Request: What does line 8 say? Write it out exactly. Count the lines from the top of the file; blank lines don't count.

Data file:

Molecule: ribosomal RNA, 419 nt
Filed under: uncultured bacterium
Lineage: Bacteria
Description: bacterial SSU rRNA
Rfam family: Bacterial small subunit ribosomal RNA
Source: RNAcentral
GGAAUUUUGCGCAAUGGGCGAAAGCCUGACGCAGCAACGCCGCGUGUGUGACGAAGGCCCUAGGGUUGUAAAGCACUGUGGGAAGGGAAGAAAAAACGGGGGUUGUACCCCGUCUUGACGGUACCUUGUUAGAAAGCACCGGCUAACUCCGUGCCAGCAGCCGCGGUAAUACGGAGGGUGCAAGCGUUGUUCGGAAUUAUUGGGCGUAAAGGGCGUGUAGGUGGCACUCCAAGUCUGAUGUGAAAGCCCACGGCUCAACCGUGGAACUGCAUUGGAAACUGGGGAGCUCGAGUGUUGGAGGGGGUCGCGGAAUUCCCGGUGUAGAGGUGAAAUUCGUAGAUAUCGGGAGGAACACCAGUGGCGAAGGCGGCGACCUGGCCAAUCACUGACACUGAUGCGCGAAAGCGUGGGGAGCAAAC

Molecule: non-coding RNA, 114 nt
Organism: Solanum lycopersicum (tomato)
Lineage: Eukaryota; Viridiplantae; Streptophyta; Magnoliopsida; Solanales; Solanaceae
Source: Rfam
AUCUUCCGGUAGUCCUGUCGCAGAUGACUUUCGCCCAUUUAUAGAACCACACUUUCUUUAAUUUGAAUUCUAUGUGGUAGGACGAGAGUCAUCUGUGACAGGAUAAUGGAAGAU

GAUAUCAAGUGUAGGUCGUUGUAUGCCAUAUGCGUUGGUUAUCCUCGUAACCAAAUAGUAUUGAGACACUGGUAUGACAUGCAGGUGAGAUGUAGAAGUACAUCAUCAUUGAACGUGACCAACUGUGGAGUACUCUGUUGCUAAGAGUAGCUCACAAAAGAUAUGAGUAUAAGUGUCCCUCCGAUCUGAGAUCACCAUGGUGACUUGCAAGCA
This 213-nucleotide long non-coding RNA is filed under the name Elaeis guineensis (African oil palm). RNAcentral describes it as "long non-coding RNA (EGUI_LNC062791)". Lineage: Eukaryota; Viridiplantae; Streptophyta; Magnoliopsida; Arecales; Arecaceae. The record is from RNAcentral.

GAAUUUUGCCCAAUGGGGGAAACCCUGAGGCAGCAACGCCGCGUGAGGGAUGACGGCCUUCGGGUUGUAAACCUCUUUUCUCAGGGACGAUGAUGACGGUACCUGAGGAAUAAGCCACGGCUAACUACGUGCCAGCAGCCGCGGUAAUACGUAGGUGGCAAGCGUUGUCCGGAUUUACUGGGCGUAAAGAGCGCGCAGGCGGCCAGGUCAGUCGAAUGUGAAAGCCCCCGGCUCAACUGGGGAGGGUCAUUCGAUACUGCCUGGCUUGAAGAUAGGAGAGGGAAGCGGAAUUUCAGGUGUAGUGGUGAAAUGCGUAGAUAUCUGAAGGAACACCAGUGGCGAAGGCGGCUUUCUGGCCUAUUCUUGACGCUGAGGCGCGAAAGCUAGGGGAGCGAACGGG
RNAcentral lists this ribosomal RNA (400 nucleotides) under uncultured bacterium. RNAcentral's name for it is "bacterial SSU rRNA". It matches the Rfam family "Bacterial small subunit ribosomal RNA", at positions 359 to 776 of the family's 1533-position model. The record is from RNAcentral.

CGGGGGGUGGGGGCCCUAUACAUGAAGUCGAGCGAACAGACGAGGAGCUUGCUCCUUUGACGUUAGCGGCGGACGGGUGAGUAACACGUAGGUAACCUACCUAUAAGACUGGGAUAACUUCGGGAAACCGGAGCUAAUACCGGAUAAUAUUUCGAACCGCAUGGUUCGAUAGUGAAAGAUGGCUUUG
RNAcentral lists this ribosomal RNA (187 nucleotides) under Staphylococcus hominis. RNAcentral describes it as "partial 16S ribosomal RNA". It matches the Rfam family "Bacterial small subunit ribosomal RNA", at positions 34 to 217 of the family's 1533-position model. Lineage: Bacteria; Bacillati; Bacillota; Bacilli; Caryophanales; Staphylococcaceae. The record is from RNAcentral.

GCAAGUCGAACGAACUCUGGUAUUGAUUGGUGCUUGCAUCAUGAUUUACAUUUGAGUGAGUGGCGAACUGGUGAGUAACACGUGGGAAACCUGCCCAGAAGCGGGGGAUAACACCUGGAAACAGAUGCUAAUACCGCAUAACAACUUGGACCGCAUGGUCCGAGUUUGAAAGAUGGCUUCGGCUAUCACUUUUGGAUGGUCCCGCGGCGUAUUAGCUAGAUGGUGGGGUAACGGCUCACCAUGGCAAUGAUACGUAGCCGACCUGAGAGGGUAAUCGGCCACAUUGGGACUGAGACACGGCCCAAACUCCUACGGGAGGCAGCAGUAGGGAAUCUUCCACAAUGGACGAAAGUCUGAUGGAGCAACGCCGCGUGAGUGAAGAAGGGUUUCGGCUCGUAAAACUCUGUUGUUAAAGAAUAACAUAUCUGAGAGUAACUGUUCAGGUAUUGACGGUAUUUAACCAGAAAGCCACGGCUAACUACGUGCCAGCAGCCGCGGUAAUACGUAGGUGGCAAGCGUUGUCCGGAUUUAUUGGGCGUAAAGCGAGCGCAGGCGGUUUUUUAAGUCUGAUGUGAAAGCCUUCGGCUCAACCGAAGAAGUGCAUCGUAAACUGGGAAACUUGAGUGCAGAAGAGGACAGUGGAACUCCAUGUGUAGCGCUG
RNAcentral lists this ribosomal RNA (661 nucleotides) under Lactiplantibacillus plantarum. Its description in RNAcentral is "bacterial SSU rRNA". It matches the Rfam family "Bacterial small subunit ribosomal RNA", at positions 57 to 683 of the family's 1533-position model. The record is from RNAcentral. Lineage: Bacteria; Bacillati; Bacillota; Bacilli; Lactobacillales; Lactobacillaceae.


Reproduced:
Molecule: non-coding RNA, 114 nt